Kobayashi had a gear-shift problem.
      http://www.autosport.com/news/report.php/id/83672

      Not very dramatic but it would have been nice for the director to show us!

  8. LAK said on 17th May 2010, 2:28

    Footage of Button retiring:
    http://www.youtube.com/watch?v=Hy_Gp7Mvchk

  9. mclarenfan219 said on 17th May 2010, 5:17

    on lap 29 karun has got a 5 sec lead over trulli n on lap 70 the lead is around 0.5 secs…can sumbody explain to me why a car which is around a sec a lap slower than the lotus could hold on for so long..was it an example of karun’s driving skills or was it sumthing else??

  10. Nice charts mayte!
    And well I don’t know how come Hamilton, and McLaren in particular have languished so far off the pace.
    Great weekend for Lotus though :)

    • McLaren’s car isn’t particularly good in qualifying, and in dry conditions in general it’s slower than Red Bull and Ferrari. In Australia and China they flattered to deceive as their car is excellent in the wet.

      • DaveW said on 17th May 2010, 14:51

        Like in Barcelona, when Hamilton was faster than everyone bar Webber and took the fastest race lap by half a second? If/when McLaren solve their qualifying issues they will be the biggest threat to RB.

  11. Nixon said on 17th May 2010, 14:19

    Thanks Kieth for the info, now i know why Alonso wasn’t pushing to get to Hamilton.

    • Todfod said on 17th May 2010, 19:32

      Coz he had to make his tyres last the entire race. He didnt want to push too hard and be forced into another pitstop for new tyres

  12. DaveW said on 17th May 2010, 14:44

    If the tires remain this durable I expect someone in the midfield to attempt to qualify on the harder tire and then go without stopping. Force India usually occupies the last Q3 slot or so, so I think they should go for it.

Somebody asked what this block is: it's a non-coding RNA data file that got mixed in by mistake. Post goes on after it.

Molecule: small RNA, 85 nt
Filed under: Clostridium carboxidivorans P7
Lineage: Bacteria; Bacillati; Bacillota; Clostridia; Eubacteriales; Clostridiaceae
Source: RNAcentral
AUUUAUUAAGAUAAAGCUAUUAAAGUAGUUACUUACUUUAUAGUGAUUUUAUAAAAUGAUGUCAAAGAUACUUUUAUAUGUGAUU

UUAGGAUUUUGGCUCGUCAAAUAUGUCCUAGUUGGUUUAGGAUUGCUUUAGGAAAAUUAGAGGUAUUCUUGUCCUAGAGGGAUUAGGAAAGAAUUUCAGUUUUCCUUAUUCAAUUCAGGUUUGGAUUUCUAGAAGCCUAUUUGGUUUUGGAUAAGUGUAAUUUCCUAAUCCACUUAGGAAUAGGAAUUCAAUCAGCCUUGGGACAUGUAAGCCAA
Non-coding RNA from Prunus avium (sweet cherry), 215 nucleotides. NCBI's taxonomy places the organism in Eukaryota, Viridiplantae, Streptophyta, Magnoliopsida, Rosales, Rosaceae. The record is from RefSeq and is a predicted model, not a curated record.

Regarding Button, I think the team made two mistakes. The intern who left the bung is is the goat of the day, but if they understand their engines, they should have brought Button in directly during the first period and given him some fans and dry ice. As it turned out, once that SC came on on lap one, going to the back of the line and changing tires was the best strategy for him.

    • Patrickl said on 17th May 2010, 16:35

      There is a mandatory pitstop (when it’s dry).

      • DaveW said on 17th May 2010, 17:49

        Oh, right. There is that.

        But hold on.
        Sporting regs 25.4(e)–Unless he has used intermediate or wet-weather tyres during the race, each driver must use at least one set of each specification of dry-weather tyres during the race.

        How about if you run until the last lap, stop, and then roll across the line on your new tires? I know this is not a novel issue, but it is at least as textually accurate as Brawn’s 40.13 reinterpretation.

        • macahan said on 17th May 2010, 21:01

          can you pass the finish line while in the pits? If so that is an interesting interpretation you have there for any team whoms pit box is before the finish line.
          Lap count and lap time is based on when they pass the pit exit line? No? So would that be the finish line if your entering the pits on the last lap? Is that even legal to enter the pit on the last lap and consider finished since no matter what if you can make it to your box you can make it past the line.

        • Schumacher served a stop’n’go in the last lap once :)

  13. P. Rippon said on 17th May 2010, 23:05

    I wonder how much the long wheelbase of the Mclaren affected the Monaco times, it looked like a truck around the hairpin compared with the Renault!
    I only get to see GP’s via speedvision & Bob Varsa really gets on your nerves still harping on about Hamilton being hard on the tyres & then about his radio conversation as an “argument”! I think any of the drivers would have questioned what was wrong if they were told to watch the brakes before half distance!
    Kubica really drove a blinder though & Ferrari must surely be waving the cheque book!

  14. manatcna said on 17th May 2010, 23:54

    Why not have a tyre capable of running the whole race, plus tyres for wet periods – fewer pit stops for all the purists.

  15. I have been looking for content such as this for my research assignment I’m working on. Thanks very much.